President Obama will extend a hand to his political antagonists during a visit to a House Republican retreat Friday in Baltimore.
But the exchange -- part of his election-year attempt to generate more bipartisanship in Washington -- is unlikely to change Republican behavior, say strategists and former members of Congress from both parties.
"Republicans are emboldened. They think Obama has overshot the runway, and they're going to stick with their strategy," said Scott Reed, a Republican consultant.
Increasingly confident of their prospects in the wake of the Massachusetts Senate win, Republicans remain disinclined to give ground in policy debates and appear willing to stick with their approach of near unanimous opposition to major initiatives unless Democrats offer significant concessions.
As they left Washington for the three-day strategy session, Republican leaders did not seem to be in a very compromising frame of mind.
"House Republicans will seize the opportunity in respectful terms, but candid and frank terms, and make it clear to the president that we have better solutions," said Rep. Mike Pence of Indiana, the chairman of the House Republican Conference.
Rep. John Boehner of Ohio, the minority leader, said Obama had "decided to just double-down on his job-killing agenda," while ignoring the angry voter message behind recent Republican victories in New Jersey, Virginia and Massachusetts. He said Republicans would try to find common ground with Obama, "but we're not going to roll over on our principles."
Heading into this year's congressional campaigns, Republican fundraising and recruitment have picked up. National opinion surveys show steady improvement in the party's prospects. And independent analysts predict that Democrats could lose dozens of House seats and, possibly, majority control of the chamber in the first mid-term election of Obama's presidency.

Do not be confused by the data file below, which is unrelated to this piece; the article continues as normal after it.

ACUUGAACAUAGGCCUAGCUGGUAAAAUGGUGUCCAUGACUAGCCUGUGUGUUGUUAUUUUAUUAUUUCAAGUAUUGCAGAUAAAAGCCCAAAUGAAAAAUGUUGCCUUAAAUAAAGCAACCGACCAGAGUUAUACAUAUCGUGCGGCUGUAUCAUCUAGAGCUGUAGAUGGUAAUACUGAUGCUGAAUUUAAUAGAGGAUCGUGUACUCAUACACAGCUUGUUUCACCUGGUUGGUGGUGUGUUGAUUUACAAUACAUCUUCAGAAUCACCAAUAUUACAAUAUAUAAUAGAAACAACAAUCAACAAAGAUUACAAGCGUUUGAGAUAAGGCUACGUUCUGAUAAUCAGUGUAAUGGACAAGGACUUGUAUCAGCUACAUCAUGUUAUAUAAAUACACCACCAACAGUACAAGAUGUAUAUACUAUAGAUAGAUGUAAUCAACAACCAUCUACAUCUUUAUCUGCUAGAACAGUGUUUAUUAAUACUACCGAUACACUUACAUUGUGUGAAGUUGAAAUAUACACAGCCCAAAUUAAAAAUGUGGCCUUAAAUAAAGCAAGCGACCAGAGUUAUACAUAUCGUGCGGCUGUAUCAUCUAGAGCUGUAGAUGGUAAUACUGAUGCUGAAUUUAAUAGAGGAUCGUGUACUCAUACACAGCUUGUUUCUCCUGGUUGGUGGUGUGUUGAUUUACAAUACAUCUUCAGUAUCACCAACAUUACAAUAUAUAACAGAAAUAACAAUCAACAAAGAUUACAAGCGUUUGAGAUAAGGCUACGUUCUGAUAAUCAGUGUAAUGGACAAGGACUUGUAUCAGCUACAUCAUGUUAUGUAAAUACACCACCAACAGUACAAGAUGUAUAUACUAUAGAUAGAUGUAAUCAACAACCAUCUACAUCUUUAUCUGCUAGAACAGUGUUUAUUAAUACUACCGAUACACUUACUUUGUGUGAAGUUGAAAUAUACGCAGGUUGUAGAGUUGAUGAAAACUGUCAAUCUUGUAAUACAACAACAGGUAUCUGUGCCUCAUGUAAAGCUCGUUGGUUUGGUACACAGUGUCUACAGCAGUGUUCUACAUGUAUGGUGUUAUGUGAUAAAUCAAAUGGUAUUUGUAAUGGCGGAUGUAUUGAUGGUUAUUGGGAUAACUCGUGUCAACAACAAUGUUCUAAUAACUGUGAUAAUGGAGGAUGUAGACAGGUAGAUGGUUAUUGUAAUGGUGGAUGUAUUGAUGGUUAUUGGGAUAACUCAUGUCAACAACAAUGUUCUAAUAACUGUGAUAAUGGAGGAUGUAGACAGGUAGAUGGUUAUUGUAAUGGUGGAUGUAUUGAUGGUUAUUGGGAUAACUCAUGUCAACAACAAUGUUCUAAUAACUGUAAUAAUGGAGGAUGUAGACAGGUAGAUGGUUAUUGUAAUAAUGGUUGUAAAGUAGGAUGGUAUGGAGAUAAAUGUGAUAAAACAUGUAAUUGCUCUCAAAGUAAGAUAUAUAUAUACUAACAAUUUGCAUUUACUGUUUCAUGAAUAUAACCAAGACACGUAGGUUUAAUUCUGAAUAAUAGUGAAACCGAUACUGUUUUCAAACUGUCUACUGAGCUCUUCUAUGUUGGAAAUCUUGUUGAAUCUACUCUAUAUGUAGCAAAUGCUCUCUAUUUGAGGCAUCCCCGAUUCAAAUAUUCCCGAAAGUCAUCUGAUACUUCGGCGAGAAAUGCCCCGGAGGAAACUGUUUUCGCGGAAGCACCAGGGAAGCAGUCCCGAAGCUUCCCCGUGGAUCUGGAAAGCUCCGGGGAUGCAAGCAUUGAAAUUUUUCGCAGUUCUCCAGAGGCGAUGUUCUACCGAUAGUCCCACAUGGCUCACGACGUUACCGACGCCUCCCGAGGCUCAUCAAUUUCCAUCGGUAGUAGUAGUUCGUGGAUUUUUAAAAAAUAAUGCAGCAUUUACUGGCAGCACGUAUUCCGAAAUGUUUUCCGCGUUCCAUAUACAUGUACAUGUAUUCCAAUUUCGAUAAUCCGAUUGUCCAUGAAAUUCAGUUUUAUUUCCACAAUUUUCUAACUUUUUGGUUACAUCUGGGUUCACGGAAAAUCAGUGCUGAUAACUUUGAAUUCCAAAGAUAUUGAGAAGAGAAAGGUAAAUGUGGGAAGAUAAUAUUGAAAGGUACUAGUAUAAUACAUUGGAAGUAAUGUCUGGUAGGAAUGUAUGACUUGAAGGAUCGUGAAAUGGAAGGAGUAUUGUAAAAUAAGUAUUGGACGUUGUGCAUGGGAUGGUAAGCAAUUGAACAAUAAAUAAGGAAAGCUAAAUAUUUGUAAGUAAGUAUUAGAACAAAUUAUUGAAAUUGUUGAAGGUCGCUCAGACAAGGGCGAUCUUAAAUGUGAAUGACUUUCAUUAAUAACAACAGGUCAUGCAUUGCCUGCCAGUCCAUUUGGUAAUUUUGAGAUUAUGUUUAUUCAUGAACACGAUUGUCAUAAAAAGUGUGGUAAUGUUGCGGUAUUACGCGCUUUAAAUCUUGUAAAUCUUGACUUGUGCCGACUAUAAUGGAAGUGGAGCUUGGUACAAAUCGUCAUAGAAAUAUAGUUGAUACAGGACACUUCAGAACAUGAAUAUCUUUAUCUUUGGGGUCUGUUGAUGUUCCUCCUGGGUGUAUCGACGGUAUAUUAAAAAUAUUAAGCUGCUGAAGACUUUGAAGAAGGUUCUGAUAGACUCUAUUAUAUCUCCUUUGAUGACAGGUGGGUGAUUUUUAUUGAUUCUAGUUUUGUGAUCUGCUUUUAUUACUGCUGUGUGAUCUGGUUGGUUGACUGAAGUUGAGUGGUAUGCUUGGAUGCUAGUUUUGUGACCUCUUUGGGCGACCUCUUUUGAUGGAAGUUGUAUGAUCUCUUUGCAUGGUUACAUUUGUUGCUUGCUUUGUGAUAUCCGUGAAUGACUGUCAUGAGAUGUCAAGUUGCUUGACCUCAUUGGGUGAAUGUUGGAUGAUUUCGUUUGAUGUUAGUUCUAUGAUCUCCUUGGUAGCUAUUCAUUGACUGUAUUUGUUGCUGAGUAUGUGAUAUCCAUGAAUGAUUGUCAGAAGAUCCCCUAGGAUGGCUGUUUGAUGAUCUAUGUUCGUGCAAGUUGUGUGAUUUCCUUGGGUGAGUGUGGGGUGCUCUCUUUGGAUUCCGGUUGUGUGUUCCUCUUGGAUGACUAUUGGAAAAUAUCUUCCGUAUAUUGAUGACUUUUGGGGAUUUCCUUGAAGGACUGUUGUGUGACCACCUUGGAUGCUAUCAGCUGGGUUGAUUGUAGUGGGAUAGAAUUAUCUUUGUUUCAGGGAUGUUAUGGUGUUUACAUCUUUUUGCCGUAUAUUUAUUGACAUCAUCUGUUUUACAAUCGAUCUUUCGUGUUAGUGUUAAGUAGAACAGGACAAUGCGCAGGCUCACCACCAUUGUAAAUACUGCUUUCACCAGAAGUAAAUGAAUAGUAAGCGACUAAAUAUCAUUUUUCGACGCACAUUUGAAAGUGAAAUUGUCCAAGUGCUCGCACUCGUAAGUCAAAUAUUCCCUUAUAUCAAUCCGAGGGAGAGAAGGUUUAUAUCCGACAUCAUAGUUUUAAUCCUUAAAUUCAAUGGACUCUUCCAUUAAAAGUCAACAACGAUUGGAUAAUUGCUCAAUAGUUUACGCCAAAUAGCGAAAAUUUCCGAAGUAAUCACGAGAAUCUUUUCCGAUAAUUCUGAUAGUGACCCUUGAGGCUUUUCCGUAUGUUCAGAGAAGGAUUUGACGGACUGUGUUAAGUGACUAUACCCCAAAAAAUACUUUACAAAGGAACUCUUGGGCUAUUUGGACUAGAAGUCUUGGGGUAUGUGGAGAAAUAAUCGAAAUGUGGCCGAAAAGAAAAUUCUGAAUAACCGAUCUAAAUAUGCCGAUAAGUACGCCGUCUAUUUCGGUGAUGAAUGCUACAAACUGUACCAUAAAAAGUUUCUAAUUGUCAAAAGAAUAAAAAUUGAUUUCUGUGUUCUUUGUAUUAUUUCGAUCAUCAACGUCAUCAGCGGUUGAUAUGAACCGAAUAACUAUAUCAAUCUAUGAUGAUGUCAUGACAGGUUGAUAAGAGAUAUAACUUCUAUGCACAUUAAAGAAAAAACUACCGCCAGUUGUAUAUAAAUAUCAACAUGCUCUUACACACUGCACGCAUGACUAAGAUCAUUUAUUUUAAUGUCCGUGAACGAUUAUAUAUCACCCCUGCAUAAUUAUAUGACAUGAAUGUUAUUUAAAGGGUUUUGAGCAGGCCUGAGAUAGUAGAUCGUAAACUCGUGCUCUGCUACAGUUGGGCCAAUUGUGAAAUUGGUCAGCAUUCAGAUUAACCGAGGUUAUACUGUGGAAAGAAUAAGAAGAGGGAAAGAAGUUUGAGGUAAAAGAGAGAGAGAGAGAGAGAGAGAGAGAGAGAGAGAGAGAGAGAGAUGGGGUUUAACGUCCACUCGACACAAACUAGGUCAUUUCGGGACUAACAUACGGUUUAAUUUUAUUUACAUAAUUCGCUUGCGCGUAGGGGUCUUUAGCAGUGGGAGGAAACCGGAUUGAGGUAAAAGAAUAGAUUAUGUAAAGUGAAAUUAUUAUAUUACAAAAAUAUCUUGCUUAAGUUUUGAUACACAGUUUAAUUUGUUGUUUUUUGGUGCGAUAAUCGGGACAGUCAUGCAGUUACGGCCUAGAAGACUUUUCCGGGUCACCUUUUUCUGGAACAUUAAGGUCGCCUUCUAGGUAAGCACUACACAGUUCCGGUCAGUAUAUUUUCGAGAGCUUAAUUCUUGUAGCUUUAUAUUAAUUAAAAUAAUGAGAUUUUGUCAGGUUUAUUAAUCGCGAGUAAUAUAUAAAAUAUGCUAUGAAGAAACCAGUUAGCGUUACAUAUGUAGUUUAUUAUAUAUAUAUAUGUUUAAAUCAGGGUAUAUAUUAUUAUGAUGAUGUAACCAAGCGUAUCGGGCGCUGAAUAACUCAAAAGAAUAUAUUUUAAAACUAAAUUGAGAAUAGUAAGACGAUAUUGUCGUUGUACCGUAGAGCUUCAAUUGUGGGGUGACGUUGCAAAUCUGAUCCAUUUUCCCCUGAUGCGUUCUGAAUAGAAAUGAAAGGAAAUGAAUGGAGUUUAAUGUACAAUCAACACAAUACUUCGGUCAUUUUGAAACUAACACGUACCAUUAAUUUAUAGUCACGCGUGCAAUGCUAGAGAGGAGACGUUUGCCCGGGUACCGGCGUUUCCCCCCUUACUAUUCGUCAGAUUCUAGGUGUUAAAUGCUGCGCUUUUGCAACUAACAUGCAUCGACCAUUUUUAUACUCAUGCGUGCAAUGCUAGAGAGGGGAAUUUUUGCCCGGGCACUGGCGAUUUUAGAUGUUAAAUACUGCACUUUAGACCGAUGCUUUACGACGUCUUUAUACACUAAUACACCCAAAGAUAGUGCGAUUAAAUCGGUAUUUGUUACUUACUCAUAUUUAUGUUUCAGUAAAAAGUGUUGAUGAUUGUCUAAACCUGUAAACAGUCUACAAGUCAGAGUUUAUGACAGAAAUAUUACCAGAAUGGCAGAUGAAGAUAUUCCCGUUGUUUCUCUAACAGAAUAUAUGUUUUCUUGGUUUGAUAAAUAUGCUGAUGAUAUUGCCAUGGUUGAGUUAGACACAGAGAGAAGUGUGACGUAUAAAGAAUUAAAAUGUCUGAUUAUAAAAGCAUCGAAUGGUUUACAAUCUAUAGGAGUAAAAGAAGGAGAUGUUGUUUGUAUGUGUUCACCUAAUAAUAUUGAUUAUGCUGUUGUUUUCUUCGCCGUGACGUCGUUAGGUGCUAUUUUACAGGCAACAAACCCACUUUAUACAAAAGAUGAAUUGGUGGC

For now, at least, Republicans have little incentive to cooperate. Only three of the 37 most competitive House races in 2010 feature a Democratic challenge to a Republican incumbent, according to the non-partisan Rothenberg Political Report. The greatest electoral threat Republican officials face is a backlash from their party's conservative wing, where anti-Obama sentiment is most intense. Maine's Republican senators, Olympia Snowe and Susan Collins, "caught hell from the Republican base" after they voted for the Democratic stimulus plan last year, said Tom Davis, a former Republican congressman from Virginia.
Heightened partisanship has made it more difficult for presidents of both parties to govern over the past 20 years. Democrats and Republicans have made sporadic efforts to enlist cross-party cooperation, with limited success.
Obama's attempts to woo Republicans could be constrained by growing restiveness within the president's own party. His pitch, during the State of the Union address, for building a new generation of nuclear power plants and possibly expanding offshore oil and gas drilling won immediate Republican approval but fell flat with Democratic liberals. "It is in the president's interests, politically and probably governmentally, to try to get some Republican cooperation and some Republican buy-in," said Davis, a former head of the Republican congressional campaign committee.
The New York Times contributed to this report.